Each year, tens of thousands of holidaymakers travel to the Alps. Few give much thought to the strategic role these mountains have played in history, as a great and sometimes insurmountable barrier between northern and southern Europe. O’Shea follows in the footsteps of adventurers and warriors – despite his acknowledged fear of heights – starting eastward from Lake Geneva to Trieste, taking a 500-mile arc in which he concentrates on the high passes rather than the mountain peaks on his journey through 2,000 years of history.
The narrative brings to life a diverse panoply of characters, real and imaginary, who have been linked to this snow-capped realm – Hannibal, Heidi, Sherlock Holmes, Edward Whymper, James Bond and Frankenstein’s monster, to name a few. O’Shea confesses that on starting out, he did not realise the Alps had a story to tell beyond their physical bounds. The cultural and linguistic diversity of the range persists today as in centuries past, thanks to the great walls of snow and rock rising between communities. ‘Fourteen million people live in the Alps,’ he writes, ‘and many of them cannot talk to one another, so great are the language barriers created by the mountains.’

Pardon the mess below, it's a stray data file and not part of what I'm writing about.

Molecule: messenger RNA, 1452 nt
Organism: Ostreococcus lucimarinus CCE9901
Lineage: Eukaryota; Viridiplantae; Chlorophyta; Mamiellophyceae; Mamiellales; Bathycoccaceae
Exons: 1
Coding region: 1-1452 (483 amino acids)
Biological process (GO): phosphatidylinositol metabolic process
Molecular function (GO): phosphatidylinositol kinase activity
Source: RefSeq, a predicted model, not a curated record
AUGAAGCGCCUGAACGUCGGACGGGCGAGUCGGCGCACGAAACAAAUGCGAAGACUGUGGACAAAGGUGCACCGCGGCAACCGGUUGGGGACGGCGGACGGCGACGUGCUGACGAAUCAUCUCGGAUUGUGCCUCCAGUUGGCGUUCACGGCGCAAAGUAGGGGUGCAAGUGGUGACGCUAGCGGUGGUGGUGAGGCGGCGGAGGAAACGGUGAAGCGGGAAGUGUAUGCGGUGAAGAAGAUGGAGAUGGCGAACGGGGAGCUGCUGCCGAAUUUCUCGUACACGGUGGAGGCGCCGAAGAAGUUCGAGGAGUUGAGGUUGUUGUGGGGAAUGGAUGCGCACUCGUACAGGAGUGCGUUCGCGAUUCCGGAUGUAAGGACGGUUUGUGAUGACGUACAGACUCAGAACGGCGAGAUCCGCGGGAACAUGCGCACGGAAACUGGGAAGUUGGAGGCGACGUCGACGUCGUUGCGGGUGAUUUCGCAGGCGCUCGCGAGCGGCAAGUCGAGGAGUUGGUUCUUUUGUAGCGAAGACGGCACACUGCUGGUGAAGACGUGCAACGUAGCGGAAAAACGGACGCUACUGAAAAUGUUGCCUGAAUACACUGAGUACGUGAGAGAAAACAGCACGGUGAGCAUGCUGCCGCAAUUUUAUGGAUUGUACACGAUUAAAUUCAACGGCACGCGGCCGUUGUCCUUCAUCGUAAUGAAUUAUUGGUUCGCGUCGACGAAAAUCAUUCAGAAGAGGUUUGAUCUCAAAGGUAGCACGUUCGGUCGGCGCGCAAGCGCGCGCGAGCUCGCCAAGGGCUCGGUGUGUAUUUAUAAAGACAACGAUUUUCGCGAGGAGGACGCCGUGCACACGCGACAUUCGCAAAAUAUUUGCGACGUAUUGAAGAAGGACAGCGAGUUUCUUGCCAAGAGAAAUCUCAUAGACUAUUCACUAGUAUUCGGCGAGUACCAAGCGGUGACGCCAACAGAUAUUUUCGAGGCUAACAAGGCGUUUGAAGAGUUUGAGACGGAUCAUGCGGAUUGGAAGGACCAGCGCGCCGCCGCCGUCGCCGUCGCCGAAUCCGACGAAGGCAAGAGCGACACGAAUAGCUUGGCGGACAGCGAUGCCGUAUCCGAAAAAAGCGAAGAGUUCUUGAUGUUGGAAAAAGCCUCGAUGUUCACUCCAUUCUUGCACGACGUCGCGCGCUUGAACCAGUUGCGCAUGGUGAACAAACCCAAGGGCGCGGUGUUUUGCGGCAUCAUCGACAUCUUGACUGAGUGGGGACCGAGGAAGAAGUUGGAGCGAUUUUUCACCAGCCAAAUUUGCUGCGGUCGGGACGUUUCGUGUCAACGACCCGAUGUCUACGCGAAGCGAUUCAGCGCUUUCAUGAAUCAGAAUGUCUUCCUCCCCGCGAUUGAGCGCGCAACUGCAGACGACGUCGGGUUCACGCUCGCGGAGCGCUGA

Throughout his journey, O’Shea immerses himself in the communities he visits, engagingly recounting his adventures with watchmakers, road trippers, salt miners, cable-car operators, and yodellers. It is well worth making space in the rucksack for this on your next Alpine holiday.